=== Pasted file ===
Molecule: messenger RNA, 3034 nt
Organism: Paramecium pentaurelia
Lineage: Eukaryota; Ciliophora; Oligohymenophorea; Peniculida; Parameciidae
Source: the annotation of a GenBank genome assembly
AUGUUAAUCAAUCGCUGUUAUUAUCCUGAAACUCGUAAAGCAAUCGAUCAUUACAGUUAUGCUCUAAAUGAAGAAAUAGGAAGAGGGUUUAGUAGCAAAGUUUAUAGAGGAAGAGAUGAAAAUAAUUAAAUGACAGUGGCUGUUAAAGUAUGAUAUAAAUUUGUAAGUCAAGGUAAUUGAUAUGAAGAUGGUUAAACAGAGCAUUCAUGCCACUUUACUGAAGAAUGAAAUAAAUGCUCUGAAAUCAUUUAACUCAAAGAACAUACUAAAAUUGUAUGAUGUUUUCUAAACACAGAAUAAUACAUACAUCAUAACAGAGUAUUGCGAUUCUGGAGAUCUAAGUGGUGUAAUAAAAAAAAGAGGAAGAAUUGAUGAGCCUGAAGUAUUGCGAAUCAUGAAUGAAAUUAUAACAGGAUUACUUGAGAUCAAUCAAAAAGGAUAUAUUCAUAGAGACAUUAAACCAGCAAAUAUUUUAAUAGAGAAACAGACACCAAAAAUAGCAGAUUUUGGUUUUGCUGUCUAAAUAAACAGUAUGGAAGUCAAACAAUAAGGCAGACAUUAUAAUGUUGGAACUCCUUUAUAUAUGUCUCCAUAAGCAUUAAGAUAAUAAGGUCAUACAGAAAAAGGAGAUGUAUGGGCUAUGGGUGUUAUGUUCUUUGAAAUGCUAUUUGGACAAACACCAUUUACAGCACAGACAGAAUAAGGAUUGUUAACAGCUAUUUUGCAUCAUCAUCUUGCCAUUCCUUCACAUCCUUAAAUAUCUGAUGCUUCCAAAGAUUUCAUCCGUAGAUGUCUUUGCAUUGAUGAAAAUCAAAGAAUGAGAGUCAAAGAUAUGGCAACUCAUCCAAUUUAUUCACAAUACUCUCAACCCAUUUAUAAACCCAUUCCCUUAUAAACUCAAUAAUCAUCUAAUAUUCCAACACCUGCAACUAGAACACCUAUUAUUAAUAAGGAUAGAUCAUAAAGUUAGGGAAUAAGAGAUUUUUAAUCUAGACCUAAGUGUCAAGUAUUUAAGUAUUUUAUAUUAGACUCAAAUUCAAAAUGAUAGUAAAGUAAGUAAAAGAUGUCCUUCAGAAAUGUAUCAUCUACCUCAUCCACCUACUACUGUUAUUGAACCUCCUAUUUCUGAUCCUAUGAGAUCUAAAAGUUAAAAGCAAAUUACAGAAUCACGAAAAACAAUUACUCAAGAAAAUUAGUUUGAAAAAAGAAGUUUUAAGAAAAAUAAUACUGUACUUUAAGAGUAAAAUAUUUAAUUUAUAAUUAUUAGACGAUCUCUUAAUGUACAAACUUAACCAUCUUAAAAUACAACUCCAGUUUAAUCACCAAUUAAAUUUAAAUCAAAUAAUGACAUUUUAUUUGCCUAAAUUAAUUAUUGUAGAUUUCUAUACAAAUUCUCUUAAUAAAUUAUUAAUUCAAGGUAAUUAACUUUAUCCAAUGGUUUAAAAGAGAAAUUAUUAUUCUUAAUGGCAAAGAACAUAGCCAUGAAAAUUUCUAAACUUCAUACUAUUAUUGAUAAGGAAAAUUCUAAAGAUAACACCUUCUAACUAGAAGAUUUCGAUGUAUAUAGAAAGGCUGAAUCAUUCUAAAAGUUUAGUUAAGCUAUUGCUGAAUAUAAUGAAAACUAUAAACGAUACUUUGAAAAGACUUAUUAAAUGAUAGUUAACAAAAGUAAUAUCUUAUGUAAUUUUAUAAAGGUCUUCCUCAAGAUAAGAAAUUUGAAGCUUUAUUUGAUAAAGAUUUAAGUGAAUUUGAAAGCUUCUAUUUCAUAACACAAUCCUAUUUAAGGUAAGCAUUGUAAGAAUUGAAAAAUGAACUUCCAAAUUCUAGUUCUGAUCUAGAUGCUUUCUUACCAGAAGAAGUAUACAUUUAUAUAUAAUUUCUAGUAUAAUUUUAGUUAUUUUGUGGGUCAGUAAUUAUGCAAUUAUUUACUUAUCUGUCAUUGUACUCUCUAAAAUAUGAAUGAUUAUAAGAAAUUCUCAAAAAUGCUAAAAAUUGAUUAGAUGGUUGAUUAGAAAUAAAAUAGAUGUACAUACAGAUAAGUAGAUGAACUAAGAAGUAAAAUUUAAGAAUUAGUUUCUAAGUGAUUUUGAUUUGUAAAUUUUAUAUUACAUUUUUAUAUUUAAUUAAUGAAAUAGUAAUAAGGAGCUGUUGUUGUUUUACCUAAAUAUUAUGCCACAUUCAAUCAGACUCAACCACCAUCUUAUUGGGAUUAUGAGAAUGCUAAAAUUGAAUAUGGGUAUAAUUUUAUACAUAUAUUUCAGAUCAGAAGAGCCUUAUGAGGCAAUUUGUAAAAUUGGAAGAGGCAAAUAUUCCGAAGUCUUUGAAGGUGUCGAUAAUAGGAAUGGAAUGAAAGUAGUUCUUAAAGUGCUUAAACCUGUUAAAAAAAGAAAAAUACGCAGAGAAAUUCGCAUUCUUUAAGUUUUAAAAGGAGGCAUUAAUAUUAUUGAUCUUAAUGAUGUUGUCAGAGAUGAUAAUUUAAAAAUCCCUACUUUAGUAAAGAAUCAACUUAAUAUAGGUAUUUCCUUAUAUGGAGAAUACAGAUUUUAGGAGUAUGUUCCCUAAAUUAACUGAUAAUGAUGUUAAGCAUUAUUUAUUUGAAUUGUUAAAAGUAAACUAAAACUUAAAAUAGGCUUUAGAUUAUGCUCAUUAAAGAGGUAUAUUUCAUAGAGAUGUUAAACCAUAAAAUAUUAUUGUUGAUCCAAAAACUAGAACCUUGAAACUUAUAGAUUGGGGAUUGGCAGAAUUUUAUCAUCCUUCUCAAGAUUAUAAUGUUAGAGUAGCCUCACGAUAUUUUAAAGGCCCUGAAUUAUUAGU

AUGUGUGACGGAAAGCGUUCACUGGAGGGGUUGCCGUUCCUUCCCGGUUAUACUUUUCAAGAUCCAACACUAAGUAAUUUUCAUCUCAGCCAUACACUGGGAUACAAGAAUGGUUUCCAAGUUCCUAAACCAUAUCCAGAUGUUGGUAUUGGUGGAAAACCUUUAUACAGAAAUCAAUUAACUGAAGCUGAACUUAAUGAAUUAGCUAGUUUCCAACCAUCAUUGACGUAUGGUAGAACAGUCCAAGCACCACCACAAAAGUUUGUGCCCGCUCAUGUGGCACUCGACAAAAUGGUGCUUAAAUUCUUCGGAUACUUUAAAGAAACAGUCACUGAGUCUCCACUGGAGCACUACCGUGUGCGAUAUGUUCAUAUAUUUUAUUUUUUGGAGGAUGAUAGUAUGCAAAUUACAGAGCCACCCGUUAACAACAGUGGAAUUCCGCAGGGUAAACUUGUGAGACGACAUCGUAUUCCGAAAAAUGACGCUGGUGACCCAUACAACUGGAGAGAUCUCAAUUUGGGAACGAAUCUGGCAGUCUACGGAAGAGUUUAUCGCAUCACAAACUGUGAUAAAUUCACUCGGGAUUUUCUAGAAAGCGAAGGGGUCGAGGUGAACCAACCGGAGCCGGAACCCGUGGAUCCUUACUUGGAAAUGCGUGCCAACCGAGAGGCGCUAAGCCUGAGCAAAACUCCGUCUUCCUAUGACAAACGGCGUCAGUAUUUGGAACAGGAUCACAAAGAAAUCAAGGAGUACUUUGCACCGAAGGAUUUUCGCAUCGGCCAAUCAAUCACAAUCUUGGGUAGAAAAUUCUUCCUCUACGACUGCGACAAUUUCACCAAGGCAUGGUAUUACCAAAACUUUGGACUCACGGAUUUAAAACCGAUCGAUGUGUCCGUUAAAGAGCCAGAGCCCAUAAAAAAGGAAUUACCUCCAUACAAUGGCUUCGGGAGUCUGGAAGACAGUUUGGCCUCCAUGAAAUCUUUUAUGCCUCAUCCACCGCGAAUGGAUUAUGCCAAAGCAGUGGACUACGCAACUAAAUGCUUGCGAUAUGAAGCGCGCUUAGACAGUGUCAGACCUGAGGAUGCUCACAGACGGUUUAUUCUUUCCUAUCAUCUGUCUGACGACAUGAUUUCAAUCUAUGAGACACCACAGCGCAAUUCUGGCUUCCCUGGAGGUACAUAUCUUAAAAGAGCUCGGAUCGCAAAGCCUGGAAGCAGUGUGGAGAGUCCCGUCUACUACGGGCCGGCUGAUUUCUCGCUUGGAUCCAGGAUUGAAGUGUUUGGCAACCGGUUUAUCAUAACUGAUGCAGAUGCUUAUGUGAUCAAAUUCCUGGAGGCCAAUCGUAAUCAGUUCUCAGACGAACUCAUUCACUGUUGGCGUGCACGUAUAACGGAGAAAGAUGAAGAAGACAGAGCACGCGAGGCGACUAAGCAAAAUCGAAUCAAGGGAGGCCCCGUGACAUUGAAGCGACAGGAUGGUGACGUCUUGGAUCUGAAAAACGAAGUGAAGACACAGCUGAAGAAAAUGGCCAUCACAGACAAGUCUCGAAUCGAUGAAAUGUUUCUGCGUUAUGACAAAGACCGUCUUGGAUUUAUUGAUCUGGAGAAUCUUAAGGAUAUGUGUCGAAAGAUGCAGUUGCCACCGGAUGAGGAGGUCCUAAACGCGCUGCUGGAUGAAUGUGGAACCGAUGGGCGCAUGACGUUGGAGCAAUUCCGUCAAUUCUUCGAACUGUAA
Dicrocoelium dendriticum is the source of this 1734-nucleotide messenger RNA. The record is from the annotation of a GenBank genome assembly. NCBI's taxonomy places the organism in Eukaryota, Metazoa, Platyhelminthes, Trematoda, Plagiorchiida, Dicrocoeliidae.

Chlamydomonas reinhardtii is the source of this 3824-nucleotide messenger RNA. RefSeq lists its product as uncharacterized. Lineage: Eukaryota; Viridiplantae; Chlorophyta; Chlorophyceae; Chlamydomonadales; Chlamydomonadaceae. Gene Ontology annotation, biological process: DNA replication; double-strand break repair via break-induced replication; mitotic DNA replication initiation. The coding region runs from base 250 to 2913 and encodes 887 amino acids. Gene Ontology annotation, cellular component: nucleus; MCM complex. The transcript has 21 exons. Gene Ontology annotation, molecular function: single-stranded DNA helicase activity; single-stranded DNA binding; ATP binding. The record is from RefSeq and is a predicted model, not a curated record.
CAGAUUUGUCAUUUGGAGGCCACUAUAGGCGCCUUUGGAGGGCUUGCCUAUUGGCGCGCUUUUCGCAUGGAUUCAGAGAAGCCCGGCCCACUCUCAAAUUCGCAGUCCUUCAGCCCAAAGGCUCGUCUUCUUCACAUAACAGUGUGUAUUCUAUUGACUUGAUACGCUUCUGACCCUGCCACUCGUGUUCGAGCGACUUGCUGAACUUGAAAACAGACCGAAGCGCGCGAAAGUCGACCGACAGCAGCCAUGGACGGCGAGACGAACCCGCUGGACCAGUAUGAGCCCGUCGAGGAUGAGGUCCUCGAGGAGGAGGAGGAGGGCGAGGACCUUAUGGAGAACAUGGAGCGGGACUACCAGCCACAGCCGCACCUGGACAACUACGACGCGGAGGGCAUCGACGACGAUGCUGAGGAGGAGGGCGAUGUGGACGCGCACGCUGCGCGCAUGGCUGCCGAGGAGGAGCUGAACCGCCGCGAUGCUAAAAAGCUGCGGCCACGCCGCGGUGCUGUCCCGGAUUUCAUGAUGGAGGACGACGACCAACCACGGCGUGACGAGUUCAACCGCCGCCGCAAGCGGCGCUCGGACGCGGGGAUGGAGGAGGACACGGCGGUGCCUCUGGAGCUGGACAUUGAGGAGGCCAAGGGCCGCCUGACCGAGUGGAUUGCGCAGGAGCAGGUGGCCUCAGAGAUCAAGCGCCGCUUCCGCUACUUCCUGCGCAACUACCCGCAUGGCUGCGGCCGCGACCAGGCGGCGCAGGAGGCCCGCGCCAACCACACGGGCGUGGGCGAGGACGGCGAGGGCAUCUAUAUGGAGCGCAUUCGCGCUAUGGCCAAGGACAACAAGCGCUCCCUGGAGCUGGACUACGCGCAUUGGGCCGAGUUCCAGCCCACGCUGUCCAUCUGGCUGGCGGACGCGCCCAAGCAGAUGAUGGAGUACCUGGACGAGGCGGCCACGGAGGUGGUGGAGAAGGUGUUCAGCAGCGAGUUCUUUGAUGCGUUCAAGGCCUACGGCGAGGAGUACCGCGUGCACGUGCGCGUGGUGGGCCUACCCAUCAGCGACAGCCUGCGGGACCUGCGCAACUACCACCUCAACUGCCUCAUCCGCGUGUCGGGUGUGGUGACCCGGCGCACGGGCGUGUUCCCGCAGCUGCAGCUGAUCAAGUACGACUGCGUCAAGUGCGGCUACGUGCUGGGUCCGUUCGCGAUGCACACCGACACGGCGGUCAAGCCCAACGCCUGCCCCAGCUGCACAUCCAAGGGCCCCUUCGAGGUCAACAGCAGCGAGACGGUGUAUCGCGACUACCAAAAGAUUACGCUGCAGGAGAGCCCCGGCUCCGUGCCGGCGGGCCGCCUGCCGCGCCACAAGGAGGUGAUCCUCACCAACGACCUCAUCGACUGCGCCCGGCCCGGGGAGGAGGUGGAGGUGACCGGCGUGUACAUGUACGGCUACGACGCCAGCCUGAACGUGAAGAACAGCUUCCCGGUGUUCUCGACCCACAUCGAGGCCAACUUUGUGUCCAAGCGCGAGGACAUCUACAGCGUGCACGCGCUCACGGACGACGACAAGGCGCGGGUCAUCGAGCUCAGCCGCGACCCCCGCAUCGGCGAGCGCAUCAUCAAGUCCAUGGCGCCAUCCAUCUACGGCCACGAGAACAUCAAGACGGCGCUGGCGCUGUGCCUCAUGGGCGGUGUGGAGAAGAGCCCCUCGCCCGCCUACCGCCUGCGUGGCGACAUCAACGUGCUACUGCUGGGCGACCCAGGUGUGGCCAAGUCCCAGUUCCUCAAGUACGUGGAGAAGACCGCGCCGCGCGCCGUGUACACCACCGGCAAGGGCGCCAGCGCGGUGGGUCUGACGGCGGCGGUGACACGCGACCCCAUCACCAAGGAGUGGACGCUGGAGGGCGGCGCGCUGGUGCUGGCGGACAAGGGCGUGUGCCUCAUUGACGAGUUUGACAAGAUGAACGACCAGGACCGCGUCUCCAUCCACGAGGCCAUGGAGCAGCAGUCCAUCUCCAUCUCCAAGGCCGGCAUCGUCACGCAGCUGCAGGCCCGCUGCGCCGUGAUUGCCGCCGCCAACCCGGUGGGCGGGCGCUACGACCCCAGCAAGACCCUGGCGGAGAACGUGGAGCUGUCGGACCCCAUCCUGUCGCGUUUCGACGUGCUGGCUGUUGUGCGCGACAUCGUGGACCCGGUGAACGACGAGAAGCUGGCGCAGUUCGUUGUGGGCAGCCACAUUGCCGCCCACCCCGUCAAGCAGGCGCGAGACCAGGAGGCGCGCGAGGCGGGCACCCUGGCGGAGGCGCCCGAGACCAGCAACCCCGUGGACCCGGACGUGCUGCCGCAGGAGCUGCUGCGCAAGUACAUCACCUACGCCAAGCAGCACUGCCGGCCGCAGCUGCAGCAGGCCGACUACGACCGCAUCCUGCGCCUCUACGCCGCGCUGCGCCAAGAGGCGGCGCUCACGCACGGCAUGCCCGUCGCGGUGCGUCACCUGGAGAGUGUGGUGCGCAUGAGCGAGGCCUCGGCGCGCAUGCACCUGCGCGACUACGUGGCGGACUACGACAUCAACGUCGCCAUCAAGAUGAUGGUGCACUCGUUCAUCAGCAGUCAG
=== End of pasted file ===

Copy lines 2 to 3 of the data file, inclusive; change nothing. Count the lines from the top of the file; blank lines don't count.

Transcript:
Organism: Paramecium pentaurelia
Lineage: Eukaryota; Ciliophora; Oligohymenophorea; Peniculida; Parameciidae